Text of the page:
Heat, Sun and Water — Advice for Adults Over 65
As we age, our bodies’ ability to react to heat and dehydration change. For example, an older adult’s sense of thirst is not as acute as compared to a younger person. Let’s learn more about potential dehydration and heat stroke situations and what to look out for.
Heat Tolerance Changes With Age
When our bodies are exposed to heat, biologic mechanisms help maintain a steady body temperature. When you sweat, for instance, the moisture evaporating from your skin surface takes heat away from your body.
For older adults, these processes work differently and may expose a person to dehydration risk. With age, the sweat reflex is not as strong, so body heat may accumulate faster. Additionally, chronic illness and medications can often blunt the body’s response to heat even more.
When body temperature rises above normal, signs of heat exhaustion may appear, such as heavy sweating, paleness, dizziness, nausea, or even fainting.
Avoiding Heat Related Illness
To avoid heat exhaustion – or more severe heat stroke – it’s helpful to have ready access to a climate controlled environment or fans, especially during the summer months. And, of course, extended periods outside in hot, sunny weather should be avoided.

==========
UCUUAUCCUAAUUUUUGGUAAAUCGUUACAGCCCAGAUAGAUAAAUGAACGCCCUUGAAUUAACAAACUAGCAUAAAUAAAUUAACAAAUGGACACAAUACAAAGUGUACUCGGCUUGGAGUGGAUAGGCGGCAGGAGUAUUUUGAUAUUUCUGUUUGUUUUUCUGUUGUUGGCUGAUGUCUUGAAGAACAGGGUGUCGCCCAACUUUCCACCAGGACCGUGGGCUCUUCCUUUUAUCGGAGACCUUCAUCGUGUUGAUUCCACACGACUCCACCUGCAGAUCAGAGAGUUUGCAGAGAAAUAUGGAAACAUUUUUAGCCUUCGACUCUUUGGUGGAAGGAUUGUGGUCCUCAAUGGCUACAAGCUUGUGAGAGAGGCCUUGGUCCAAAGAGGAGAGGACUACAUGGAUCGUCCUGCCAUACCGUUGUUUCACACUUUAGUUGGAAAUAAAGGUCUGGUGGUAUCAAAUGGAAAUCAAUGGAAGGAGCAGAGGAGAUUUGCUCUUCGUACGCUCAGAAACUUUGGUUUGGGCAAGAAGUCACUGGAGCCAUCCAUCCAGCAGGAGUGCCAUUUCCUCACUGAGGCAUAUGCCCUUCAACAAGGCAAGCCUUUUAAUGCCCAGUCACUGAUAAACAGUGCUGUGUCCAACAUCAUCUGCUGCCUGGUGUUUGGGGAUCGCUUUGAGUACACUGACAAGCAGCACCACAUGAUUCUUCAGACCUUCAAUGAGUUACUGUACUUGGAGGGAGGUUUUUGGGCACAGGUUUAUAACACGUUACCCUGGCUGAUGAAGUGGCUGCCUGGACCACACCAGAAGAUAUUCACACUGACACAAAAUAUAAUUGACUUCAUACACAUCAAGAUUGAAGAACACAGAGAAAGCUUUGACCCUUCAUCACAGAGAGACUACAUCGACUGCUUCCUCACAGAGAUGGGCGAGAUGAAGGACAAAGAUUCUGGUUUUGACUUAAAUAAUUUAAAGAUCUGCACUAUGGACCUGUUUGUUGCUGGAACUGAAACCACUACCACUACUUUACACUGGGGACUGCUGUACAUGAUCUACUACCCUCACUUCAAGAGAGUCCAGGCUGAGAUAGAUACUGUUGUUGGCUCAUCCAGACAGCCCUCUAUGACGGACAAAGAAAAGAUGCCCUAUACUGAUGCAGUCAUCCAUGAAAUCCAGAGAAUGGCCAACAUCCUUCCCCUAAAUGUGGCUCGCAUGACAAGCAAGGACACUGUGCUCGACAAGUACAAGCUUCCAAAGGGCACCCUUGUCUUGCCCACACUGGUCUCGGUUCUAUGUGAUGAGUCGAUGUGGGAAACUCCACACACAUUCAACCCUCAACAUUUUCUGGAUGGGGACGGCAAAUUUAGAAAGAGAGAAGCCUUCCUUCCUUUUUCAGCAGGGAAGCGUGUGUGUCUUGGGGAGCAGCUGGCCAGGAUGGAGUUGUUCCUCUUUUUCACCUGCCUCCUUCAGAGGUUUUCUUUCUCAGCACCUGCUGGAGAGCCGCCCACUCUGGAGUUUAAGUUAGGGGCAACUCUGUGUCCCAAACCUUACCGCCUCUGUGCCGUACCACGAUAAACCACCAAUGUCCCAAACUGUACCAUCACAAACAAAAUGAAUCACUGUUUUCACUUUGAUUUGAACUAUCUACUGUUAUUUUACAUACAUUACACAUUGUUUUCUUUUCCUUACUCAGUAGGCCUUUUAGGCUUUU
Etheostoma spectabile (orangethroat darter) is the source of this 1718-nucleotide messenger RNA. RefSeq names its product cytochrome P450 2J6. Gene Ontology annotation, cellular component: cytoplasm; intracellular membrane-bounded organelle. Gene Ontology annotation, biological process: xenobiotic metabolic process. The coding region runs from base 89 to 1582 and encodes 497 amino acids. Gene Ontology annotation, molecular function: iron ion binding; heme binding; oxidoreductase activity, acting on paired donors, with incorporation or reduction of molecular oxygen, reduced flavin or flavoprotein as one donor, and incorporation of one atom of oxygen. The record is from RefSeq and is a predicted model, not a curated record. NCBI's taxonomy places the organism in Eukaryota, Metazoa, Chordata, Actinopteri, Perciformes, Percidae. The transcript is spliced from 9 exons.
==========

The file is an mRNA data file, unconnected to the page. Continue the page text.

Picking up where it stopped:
When you are outside, wear a wide brimmed hat and seek the shelter of shade whenever possible. Keep fluids on hand, and take small sips frequently.
Dehydration In Older Adults
Besides the blunted thirst response, illness and medication can also lead to dehydration. Any type of infection can be complicated by dehydration, as without sufficient fluids the body will need to work harder to fight the illness. An older body has less muscle mass, and therefore has reduced water reserves to fight off heat or stress.
Some medications, such that those taken to prevent the risk of heart disease or high blood pressure, often promotes loss of water. If close tabs aren’t kept on water intake, dehydration may result.
Warning Signs Of Dehydration
Early dehydration can present as a dry mouth, thick saliva, headache, muscle cramps, and weakness. If left unattended, dehydration can lead to serious blood pressure decline, convulsions, rapid breathing, rapid pulse, and loss of consciousness. “At Plush Mills “we know what to look out for when it comes to dehydration” says Christina O’Reilly, Director of Health and Wellness.
On the other hand, older adults may also be at risk of accumulating too much fluid, especially those with heart, liver, or kidney diseases. All of these factors must be taken into account to maintain a healthy fluid balance.
Wellness is a top priority for you. At Plush Mills, it’s a top priority for us as well. We customize support services, providing just the right amount of care when it’s needed. Contact Us or call Donna Kokol at (610) 690-1630 to set up a free tour.